Mather & Platt Ltd. Archival Views 1

Design prepared for the Great Exhibition

Overview of the Salford Iron Works
Late 19th Century

The foundry, Salford Iron Works c. 1900

The Art of Good Management - Golf

Workers, Management and Executive Team Photograph


Visit to Mather & Platt by H.M. Queen Elizabeth II

The Mather & Platt Tower - an icon disappearedRoyal Visit photograph and information from Eric Sutcliffe - From right - William Mather (later Sir William Mather - son of  L. E. Mather) - H. M. Queen Elizabeth II - John Taylor (grandson of John Taylor M&P Chairman 1900). "The other lady in the picture, I think," says Eric Sutcliffe, "is one of the Queen's Ladies in Waiting. The tall man to the left of  'Lady in Waiting' is Mr. J. D. Paybody. Who the others are, I don't know, as the visiting party contained some of the county dignitaries - i.e. the Lord Lieutenant of Lancashire etc."

The Bank of England - and top of the range security by Mather & Platt Ltd.Entrance to The Bank of England

Known colloquially as "The Old Lady of Threadneedle Street", the building stands on the corner of Princes Street and Threadneedle Street in London and overlooks the Mansion House.

It was founded in 1694 as an independent national bank, and originally operated from the Grocers' Hall in Princes Street but was greatly expanded by the famous architect, Sir John Soanes when it moved to its present site in 1734. It was extensively modernised between 1925 and 1939.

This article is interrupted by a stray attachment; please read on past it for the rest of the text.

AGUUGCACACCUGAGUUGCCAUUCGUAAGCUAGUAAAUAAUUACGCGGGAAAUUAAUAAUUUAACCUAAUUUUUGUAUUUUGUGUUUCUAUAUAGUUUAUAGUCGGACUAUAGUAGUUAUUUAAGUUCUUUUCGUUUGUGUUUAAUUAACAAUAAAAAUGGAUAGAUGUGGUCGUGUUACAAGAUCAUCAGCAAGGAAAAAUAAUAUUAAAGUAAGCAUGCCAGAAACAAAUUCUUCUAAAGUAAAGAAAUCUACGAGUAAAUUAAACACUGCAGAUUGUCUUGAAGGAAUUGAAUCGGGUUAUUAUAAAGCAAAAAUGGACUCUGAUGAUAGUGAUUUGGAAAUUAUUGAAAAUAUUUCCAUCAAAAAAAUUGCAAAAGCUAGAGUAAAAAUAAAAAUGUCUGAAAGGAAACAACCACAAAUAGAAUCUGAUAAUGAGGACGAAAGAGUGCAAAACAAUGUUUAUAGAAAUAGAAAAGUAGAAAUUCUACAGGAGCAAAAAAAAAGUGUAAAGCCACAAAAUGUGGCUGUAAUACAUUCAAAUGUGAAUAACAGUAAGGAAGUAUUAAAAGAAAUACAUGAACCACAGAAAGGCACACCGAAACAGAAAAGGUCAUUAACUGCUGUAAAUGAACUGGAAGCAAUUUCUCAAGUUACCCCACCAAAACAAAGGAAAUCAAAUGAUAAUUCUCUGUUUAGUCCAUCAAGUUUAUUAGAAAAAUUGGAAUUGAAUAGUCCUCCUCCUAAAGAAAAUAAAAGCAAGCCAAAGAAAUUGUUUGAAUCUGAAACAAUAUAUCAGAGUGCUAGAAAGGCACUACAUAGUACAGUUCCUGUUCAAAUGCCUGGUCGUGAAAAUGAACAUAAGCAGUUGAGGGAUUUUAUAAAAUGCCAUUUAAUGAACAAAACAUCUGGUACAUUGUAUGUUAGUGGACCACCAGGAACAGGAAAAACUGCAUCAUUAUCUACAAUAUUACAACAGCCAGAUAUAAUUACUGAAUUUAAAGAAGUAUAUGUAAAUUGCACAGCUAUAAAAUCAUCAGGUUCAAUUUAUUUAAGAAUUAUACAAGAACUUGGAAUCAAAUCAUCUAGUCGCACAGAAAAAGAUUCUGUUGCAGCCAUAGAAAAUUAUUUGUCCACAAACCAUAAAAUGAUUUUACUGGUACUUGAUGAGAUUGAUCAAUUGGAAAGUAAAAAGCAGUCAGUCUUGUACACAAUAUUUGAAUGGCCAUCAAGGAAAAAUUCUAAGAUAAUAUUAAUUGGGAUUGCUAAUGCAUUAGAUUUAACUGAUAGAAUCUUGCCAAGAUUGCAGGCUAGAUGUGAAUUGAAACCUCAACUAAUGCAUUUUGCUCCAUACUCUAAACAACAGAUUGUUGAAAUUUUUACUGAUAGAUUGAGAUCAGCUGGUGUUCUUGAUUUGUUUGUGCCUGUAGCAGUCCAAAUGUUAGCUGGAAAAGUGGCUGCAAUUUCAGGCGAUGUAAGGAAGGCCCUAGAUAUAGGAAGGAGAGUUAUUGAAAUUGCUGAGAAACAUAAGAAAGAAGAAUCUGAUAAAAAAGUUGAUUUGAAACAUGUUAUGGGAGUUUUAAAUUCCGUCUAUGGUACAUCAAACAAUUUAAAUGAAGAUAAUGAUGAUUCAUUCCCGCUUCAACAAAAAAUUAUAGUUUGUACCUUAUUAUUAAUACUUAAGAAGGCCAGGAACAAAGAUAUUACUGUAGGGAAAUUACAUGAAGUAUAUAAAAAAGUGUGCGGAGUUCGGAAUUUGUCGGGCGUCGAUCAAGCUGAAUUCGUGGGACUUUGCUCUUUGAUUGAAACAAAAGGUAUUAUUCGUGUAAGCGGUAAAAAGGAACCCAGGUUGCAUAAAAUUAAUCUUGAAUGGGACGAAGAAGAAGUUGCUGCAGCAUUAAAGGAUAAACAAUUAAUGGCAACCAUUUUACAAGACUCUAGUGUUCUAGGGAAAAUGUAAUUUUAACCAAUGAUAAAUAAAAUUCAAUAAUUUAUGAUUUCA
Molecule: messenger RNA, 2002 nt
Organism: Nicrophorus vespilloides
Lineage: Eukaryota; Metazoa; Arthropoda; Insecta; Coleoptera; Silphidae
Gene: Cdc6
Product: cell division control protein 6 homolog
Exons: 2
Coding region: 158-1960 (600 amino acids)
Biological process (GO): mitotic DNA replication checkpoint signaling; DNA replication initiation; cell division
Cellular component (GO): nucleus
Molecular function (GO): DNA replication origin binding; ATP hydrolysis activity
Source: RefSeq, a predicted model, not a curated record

Mather & Platt was sub-contracted by Holloway Brothers (who were contracted by The Bank of England during its rebuilding and modernisation  in 1929) to build and supply the Portcullis Doors at the main entrance of the Bank.

As these doors are still in use, no further details are permitted at this juncture. Indeed, a spokeswoman for the Bank of England writes, "I have amended our catalogue entry to indicate more clearly that the item presently must remain closed."

It is a fitting tribute, therefore,  to the company that it should have been called upon to undertake this work and that the doors are still in use and clearly valued as effective after more than seventy years.

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